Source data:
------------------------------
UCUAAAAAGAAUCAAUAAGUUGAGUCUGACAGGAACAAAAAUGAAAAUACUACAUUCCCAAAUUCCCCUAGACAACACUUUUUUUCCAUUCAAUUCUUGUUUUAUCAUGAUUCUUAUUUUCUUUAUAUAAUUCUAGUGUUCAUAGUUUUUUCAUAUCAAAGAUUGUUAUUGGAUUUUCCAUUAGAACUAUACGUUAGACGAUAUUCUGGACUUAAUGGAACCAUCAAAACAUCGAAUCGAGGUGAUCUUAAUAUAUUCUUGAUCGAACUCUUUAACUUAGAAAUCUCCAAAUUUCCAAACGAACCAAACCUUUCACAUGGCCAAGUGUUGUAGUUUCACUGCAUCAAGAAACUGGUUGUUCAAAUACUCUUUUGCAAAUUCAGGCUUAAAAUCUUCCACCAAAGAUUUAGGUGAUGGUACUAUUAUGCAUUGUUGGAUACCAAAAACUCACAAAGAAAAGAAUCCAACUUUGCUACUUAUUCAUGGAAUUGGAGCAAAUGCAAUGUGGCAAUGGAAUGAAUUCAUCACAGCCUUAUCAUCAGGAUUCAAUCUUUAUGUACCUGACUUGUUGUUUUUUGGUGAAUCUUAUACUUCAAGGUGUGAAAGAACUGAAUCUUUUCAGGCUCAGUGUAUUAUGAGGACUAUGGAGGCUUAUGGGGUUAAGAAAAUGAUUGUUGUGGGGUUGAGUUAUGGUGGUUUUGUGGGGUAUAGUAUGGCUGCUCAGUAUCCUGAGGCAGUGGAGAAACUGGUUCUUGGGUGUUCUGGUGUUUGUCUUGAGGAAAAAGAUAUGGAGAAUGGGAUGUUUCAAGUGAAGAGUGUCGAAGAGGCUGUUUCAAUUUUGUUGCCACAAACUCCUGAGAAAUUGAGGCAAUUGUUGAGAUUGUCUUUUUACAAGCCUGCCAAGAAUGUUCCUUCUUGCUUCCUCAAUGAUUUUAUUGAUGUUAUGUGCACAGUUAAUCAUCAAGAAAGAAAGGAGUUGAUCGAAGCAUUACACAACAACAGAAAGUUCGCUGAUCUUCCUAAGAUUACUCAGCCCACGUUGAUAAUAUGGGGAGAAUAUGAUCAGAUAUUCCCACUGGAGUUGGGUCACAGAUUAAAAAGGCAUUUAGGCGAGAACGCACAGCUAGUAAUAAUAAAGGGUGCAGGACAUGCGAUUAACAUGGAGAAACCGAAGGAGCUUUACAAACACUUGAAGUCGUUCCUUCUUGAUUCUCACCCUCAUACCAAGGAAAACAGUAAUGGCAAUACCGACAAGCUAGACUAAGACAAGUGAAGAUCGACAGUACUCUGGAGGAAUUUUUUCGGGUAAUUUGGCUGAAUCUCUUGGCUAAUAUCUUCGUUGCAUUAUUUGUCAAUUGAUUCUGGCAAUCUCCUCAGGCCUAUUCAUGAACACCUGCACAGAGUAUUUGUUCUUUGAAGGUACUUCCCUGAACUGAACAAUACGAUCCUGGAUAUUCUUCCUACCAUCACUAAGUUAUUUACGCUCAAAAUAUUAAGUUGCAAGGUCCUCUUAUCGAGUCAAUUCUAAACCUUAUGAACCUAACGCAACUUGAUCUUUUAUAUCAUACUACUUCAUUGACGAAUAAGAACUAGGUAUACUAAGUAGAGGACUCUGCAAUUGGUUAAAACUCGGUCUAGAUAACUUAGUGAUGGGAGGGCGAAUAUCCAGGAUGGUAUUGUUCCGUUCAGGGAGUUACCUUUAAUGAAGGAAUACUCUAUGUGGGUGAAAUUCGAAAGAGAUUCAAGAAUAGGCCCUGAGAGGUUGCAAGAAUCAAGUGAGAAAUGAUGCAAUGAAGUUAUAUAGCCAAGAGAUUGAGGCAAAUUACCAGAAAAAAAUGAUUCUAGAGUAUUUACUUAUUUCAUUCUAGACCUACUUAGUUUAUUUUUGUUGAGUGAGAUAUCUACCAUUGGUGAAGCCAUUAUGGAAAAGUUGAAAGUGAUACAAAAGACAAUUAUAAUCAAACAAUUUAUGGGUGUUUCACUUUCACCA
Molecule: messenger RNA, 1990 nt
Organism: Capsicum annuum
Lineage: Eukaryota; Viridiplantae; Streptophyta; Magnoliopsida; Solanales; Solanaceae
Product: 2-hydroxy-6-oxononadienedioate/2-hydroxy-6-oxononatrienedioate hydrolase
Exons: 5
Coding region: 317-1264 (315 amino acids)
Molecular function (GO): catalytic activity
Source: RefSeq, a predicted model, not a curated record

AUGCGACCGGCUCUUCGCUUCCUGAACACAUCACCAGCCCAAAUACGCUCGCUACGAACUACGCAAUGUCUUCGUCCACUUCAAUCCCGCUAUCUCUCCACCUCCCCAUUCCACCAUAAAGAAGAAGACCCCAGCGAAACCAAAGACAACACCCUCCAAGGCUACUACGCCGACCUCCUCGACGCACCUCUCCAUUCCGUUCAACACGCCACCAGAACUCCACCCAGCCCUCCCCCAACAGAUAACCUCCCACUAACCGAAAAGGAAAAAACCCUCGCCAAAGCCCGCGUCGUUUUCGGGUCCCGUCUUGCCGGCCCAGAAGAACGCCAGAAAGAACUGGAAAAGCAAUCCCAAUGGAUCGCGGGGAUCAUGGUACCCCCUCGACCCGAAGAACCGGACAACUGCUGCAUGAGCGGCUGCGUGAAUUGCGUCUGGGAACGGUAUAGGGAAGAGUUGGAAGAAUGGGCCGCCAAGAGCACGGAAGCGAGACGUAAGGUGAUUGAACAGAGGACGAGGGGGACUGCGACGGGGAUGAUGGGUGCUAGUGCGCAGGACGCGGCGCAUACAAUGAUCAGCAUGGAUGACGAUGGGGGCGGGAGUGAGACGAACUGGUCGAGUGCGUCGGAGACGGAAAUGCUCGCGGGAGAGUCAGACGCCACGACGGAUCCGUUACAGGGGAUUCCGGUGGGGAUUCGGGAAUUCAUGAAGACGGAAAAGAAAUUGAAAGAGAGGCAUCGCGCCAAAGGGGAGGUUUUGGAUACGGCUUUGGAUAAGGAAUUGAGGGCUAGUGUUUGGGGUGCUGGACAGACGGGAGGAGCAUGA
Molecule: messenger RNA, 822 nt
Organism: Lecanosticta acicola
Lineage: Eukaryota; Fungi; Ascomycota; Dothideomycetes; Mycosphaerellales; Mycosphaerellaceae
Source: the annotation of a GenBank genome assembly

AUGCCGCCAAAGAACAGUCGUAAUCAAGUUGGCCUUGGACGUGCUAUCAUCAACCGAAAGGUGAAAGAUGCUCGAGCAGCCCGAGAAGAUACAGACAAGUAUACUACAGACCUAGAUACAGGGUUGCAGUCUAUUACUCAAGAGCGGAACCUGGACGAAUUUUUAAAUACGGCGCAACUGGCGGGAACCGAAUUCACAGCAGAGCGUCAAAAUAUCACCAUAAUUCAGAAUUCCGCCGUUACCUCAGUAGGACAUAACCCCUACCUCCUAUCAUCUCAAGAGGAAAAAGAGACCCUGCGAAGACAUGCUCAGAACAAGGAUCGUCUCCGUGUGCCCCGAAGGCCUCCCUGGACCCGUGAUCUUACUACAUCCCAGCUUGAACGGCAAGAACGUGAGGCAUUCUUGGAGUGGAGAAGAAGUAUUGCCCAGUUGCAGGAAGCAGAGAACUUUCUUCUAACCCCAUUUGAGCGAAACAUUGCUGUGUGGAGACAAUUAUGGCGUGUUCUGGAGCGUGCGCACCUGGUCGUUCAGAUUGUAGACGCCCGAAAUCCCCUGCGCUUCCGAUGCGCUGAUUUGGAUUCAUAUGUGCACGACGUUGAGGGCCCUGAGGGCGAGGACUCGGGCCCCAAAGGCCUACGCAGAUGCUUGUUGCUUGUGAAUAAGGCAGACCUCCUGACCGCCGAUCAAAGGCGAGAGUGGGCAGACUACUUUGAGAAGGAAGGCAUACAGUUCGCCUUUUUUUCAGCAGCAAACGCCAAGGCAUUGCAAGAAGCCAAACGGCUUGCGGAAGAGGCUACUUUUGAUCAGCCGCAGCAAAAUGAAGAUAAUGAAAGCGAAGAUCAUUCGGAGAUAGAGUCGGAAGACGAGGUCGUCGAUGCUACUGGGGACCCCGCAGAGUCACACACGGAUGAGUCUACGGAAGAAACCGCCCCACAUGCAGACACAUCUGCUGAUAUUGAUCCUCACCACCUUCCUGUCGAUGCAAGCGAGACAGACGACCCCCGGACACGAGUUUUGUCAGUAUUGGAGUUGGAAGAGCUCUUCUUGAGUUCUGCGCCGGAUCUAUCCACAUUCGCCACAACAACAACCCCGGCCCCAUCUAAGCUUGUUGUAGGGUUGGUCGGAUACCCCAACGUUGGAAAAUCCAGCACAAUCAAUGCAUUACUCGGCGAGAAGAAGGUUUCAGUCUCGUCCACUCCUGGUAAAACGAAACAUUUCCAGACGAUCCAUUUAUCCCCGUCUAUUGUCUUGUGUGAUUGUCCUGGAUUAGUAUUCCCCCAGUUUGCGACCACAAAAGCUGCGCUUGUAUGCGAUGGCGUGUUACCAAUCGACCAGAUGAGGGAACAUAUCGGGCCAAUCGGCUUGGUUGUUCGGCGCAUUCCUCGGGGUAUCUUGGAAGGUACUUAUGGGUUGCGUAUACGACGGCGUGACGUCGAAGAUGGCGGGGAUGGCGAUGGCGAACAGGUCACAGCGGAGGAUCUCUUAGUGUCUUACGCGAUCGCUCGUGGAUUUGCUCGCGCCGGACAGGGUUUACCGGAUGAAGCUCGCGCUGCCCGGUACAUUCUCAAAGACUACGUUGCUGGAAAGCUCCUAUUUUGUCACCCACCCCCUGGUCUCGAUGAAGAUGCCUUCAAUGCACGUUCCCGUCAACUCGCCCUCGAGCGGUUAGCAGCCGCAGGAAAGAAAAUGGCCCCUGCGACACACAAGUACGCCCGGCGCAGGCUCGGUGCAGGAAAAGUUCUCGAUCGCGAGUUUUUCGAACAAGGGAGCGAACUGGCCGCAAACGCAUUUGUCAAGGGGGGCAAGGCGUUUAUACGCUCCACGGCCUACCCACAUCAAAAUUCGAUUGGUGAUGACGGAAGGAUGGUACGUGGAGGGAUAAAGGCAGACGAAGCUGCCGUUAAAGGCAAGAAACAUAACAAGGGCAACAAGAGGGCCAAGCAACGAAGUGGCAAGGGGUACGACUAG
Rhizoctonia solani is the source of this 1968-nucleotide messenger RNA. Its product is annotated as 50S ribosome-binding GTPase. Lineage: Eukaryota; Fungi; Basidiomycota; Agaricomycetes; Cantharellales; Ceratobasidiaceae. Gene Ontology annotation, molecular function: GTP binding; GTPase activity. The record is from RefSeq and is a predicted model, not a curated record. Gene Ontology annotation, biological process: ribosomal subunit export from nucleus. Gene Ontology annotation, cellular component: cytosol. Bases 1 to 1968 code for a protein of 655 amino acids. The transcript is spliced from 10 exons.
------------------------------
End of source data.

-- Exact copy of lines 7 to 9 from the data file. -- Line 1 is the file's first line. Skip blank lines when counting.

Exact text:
Coding region: 317-1264 (315 amino acids)
Molecular function (GO): catalytic activity
Source: RefSeq, a predicted model, not a curated record